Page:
Since then judicial decisions have upheld that view in a number of cases, and disagreed with the Government's view. I hope the Minister will explain why he feels that he has received judicial support for his disagreement with our statement that there is a clear danger that without derogation there will be a breach of the Human Rights Act, and the courts will be able to quash orders.
I would be the first to defend the right of judges to make their decisions according to the rule of law, but the question is which law. That is where the problem lies. Far too much discretion is given to judges, as is clear from the judgment by Mr. Justice Sullivan mentioned in Lord Carlile's report. The degree of deference is now being qualified. I am concerned about the degree of judicial activism that is taking us further and further down the road of entrenching the whole concept of the human rights legislation.
The hon. Gentleman's intervention gave him a good opportunity to set out his very clear view.
The conclusion of the Joint Committee's report deals with the House's right properly to debate whether there should be derogation:
"We... conclude at this stage that we cannot endorse a renewal without a derogation and believe that Parliament should therefore be given an opportunity to debate and decide that question."
We have not been given that opportunity, which is another reason—in addition to those given by my hon. Friend the Member for Sheffield, Hallam and, although without the vote to go along with them, by Patrick Mercer—why I, and others, will vote against the renewal. We recognise, as does the Joint Committee, the need to tackle terrorism, but we believe that without adequate parliamentary scrutiny we risk making matters worse and providing for bad law that will be counter-productive in the long run.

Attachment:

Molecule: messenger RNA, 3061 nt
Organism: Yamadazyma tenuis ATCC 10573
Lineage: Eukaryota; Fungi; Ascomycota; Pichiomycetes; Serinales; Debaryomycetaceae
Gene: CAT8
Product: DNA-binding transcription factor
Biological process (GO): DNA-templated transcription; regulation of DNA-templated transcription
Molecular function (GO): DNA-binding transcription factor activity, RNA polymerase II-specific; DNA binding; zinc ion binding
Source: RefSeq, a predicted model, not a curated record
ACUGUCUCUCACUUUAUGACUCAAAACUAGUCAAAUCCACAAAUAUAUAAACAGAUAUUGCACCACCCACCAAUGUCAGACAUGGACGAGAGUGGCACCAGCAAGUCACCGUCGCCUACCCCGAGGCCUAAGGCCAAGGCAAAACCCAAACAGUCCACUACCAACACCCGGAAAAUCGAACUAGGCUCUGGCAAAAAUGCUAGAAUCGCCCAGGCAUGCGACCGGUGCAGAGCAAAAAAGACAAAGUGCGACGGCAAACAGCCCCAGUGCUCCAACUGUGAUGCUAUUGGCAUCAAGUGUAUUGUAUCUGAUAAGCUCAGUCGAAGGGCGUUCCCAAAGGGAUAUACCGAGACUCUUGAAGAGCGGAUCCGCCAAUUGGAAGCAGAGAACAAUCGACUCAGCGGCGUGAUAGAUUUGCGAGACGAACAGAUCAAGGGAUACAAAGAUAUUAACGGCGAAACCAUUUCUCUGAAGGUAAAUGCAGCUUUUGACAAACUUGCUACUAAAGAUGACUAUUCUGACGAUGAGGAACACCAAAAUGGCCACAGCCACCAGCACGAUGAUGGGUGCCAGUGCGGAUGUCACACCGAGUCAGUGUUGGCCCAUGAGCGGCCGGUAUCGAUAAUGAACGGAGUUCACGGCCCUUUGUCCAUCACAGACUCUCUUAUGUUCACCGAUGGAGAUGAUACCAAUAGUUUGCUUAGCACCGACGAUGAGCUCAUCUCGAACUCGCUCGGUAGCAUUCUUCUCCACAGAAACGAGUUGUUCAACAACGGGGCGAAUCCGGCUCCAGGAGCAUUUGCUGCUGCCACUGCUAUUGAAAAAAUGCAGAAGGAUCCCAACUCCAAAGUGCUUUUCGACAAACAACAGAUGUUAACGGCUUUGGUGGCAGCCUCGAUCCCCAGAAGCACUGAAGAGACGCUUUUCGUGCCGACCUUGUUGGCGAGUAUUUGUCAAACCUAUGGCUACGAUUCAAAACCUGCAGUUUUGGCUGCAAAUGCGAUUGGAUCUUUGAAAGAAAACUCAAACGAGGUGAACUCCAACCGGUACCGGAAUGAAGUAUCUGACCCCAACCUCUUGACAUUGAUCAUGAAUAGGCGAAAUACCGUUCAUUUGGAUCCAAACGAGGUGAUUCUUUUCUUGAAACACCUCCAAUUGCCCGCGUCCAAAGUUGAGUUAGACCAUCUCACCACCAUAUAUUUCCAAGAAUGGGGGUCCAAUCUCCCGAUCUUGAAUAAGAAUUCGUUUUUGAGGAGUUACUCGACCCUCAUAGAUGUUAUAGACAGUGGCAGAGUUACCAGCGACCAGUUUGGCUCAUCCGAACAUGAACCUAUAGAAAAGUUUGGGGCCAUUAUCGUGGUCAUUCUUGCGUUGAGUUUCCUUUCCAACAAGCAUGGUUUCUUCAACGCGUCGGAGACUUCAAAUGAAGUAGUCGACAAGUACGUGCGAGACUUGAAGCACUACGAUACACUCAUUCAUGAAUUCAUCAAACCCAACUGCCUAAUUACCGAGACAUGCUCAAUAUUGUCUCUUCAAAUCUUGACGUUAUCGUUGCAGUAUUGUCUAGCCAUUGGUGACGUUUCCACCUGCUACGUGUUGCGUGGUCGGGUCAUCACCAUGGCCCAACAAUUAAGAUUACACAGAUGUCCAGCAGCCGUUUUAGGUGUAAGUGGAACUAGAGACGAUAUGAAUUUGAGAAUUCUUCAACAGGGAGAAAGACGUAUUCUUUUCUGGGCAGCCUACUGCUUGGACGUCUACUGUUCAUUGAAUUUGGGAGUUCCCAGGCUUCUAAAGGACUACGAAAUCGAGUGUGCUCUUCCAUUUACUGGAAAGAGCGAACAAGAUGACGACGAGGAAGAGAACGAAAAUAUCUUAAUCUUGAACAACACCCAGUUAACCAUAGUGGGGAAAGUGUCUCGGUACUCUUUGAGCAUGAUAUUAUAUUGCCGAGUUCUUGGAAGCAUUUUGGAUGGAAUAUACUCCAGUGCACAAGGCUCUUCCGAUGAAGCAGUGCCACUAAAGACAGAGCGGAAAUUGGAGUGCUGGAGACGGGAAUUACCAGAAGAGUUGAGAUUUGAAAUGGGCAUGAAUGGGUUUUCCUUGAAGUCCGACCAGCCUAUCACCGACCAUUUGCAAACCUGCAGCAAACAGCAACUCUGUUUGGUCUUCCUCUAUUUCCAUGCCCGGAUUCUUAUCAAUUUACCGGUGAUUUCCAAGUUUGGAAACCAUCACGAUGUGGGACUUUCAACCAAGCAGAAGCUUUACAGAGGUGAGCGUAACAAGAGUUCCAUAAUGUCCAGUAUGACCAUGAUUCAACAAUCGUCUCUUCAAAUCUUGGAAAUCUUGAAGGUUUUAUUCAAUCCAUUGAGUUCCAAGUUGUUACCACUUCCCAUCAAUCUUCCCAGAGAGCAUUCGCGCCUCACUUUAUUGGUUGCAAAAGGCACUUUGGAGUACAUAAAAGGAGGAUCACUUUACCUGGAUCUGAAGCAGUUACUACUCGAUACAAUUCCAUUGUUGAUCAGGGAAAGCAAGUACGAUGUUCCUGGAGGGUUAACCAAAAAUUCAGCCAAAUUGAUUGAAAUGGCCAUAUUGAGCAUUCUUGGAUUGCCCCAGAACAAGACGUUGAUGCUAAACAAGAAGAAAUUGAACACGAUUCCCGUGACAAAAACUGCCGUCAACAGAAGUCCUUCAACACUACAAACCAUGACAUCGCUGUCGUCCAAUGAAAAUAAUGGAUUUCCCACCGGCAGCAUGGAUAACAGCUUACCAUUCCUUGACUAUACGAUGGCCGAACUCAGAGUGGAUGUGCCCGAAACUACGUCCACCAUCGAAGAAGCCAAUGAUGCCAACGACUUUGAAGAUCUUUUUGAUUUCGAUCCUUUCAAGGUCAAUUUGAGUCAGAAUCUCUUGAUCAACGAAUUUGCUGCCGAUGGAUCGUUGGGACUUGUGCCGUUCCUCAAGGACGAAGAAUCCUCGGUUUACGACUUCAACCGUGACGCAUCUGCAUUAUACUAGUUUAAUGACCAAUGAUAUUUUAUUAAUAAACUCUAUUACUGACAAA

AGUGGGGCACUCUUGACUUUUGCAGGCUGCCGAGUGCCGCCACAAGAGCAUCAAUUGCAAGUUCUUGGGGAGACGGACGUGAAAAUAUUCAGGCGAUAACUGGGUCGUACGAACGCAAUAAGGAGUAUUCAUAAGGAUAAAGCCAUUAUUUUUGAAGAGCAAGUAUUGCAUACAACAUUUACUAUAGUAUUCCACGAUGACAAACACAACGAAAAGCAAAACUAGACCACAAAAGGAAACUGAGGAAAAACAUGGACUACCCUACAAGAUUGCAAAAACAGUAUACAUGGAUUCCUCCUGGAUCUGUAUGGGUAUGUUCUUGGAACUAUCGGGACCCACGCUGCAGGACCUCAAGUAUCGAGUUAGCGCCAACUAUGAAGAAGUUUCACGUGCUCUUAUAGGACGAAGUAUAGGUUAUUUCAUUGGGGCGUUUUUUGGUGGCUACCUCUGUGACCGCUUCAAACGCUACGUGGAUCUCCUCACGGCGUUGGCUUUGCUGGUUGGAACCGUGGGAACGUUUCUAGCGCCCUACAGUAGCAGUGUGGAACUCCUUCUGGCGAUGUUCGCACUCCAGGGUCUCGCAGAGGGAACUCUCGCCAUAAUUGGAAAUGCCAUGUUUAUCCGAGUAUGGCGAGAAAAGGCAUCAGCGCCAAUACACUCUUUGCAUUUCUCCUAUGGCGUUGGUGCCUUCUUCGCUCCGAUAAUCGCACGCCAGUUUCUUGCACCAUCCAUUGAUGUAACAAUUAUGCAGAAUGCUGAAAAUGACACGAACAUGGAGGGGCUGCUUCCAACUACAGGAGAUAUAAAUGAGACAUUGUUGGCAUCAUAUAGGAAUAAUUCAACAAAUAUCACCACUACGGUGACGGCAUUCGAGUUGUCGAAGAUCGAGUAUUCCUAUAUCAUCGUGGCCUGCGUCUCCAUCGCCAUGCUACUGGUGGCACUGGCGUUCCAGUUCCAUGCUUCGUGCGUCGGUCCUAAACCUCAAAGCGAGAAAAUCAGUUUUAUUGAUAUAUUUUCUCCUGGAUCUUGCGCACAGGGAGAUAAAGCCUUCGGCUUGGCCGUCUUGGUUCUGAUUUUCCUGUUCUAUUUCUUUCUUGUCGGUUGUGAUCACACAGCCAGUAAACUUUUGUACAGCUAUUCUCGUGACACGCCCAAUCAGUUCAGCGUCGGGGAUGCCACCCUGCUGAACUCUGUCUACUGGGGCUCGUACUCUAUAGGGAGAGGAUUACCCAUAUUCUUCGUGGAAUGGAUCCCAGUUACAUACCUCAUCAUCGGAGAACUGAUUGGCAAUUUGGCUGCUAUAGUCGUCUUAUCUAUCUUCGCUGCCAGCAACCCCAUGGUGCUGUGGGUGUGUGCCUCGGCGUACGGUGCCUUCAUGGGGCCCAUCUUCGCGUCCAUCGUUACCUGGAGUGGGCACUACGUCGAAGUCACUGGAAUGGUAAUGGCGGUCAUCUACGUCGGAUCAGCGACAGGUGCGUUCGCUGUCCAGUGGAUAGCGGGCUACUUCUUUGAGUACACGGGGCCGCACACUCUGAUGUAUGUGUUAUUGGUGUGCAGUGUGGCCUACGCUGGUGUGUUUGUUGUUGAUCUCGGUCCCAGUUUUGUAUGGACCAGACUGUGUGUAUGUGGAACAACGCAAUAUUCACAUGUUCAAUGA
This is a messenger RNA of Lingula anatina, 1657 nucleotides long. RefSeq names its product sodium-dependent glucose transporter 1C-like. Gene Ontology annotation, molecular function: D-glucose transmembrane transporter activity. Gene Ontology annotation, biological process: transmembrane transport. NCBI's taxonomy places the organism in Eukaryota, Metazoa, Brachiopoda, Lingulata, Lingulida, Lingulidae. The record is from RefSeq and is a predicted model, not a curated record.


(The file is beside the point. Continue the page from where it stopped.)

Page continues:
I value the work of the Joint Committee, as I have said before. Its reports are extremely useful.
Lord Carlile's report was published for Parliament at the earliest opportunity, given the recess, namely on Monday.
I shall try to deal with many of the points that have been raised, and correct one, if not two, of my own comments. I recognise the furrow that Mr. Cash is ploughing, but I cannot let him get away with the assertion, for it is no more than that, that if the Human Rights Act is taken away, the need for control orders will disappear entirely. Nor do I accept the assertion that it will disappear, as if by magic, if we introduce intercept as evidence and post-charge questioning. It is simply that: an assertion.
I want to make some progress before I give way. As the hon. Gentleman has made very clear, our time is limited.
It was interesting to note that the hon. Gentleman had no answer to the intervention from my hon. Friend Mr. Watson, other than to express the plaintive hope that somehow evidence would be found against the 18 people currently under control orders and that public safety would prevail.